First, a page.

Monday, January 22, 2007

Arguing with Birds, part 2

The warm weather on Sunday had encouraged the birds to re-appear. They were not amused that the cold front had returned with a vengeance on Monday morning, and sat shivering and sniping at each other as I walked by.

"That is a bird!"

"It is not a bird!"

"It is so a bird. It's the leader of all the hawks!"

"Look at how big it's tail feathers are. It has to be a bird."

"You are dumber than a bug," their leader said in disgust. "It is not a bird."

"Ask the lady."

"Yes the lady will know."

"What will I know?" I asked, stopping to talk to them. The cold wind whipped around us, and the birds and I both squelched up our shoulders for warmth. The birds buried their heads in their wings, with only their loud beaks protruding.

"Is that a bird or is it a hawk?" one particularly naive bird asked me, eyeballing the wisps of hair blowing around my head. I narrowed my eyes at him as his friend smacked him.

"You dumb bird!" his friend scolded him. "A hawk is a bird!"

"But it's a special bird," the bird countered, still watching my head. "Are those golden worms growing out of your scalp?"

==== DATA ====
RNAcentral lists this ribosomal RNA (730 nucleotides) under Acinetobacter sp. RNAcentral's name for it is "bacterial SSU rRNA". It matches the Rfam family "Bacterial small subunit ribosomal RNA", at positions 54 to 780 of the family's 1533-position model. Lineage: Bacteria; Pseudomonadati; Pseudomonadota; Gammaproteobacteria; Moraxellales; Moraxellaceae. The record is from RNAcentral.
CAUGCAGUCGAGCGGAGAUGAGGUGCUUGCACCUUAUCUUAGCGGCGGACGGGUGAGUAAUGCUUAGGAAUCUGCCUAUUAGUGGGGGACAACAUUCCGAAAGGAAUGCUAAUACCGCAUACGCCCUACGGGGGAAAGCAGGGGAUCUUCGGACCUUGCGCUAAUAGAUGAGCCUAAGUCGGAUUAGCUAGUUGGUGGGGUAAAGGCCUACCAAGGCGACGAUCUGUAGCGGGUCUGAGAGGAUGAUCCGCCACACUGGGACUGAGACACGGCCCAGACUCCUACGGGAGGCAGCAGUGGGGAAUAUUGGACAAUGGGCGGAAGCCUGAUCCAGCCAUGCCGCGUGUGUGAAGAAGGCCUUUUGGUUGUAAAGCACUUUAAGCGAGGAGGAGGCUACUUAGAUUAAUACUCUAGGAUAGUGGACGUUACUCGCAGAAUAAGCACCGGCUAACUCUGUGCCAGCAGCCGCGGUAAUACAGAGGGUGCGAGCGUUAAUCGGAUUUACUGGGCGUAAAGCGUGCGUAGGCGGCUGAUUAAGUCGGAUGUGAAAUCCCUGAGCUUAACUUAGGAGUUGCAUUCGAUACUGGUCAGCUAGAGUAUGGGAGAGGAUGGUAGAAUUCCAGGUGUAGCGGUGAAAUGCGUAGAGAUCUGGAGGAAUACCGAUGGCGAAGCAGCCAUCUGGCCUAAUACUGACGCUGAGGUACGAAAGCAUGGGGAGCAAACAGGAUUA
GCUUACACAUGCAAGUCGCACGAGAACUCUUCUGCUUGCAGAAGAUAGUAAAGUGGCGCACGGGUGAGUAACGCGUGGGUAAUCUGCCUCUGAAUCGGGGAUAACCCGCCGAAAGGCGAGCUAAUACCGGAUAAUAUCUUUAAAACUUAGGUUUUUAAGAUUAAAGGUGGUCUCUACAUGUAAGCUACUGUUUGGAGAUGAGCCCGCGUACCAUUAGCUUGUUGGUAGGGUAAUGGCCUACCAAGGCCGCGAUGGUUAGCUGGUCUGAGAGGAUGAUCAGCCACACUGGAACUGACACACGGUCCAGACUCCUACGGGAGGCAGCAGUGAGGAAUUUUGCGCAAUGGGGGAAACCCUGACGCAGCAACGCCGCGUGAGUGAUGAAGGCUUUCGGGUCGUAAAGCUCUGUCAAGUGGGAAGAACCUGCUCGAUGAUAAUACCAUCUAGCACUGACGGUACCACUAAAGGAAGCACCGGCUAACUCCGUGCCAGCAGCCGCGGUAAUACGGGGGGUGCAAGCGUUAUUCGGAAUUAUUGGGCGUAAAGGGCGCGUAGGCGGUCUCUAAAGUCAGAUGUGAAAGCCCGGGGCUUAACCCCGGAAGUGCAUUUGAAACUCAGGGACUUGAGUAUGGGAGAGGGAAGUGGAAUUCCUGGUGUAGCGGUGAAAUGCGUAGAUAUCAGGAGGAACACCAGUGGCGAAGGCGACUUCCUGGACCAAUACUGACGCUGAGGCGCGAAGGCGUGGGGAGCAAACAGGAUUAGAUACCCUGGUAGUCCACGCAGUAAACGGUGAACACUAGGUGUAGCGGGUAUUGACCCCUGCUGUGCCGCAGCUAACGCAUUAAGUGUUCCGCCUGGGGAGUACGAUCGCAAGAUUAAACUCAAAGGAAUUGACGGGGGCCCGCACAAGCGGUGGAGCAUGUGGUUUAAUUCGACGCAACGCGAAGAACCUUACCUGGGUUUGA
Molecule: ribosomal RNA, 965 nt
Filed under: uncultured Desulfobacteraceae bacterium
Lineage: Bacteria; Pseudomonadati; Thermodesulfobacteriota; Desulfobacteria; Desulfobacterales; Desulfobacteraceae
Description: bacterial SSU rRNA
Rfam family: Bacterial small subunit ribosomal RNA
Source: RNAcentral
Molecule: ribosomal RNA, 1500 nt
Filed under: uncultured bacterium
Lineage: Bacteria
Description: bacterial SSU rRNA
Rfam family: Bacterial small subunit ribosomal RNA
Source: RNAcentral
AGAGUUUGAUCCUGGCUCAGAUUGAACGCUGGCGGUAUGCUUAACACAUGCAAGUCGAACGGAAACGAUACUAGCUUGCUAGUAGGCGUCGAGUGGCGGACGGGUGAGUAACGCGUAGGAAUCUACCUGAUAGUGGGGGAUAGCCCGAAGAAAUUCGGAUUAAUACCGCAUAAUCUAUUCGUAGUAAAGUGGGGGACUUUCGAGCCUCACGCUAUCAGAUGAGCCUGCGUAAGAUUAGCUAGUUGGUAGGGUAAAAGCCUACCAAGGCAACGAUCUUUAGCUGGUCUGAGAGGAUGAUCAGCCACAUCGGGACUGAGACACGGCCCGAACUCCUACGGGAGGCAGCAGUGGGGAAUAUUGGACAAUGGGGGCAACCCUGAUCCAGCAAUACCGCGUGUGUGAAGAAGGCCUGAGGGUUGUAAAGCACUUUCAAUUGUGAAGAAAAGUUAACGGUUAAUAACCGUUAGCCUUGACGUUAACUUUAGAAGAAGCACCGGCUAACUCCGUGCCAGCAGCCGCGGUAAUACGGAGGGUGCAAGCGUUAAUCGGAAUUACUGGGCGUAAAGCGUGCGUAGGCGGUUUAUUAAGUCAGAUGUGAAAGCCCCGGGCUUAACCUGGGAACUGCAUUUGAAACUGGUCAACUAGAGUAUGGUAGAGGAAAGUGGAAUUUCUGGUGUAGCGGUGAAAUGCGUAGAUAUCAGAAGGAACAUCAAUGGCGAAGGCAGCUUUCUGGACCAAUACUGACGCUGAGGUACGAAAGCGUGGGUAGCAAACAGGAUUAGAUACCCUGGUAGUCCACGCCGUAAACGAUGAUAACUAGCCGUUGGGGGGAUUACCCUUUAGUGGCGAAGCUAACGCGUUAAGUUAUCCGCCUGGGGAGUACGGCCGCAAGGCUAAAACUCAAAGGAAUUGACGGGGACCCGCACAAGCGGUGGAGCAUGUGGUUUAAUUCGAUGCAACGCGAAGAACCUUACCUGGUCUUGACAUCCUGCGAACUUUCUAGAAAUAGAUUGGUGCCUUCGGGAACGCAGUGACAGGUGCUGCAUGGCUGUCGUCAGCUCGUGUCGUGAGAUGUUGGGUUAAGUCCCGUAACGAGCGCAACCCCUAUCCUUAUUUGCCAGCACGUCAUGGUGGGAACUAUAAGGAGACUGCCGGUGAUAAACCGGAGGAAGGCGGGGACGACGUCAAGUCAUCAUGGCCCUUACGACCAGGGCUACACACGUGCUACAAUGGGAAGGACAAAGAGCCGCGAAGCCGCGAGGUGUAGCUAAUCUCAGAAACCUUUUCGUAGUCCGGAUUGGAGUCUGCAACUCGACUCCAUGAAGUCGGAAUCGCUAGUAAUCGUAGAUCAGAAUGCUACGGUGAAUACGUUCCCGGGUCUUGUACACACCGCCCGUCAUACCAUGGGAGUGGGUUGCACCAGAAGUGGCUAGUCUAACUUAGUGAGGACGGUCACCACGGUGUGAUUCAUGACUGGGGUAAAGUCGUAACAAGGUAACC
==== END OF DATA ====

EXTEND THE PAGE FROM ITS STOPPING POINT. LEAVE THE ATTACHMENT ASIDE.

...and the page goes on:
"No, it's hair, and no you can't taste it," I answered before he could say anything else. He looked distressed. I looked around, but I could see no birds other than the ones sitting on the fence.

"I don't see another bird," I said. The birds sighed and shook their heads. "Duh, it's up there," one pointed with his beak. I turned to look at a plane flying in the sky.

"That's a plane!" I said. "That's not a bird!"

"Nuh-uh!" the unintelligent bird argued. "Planes are mechanical birds. It says so on that sign over there."

Their leader sighed heavily. "You idiot!" he cried. "That's just a comparison. A plane is a machine."

The birds looked at me for confirmation. I nodded. "This is worse than the french fry incident," the bird muttered. He flew off with the other birds following him. "Wait for me!" the dumb bird cried. "I want to say hi to the mechanical bird! Maybe he'll lead us down South!"

"You're going North!" I called after them. Cursing, they turned in their tracks and flew east, still arguing amongst each other. It doesn't pay to argue with birds.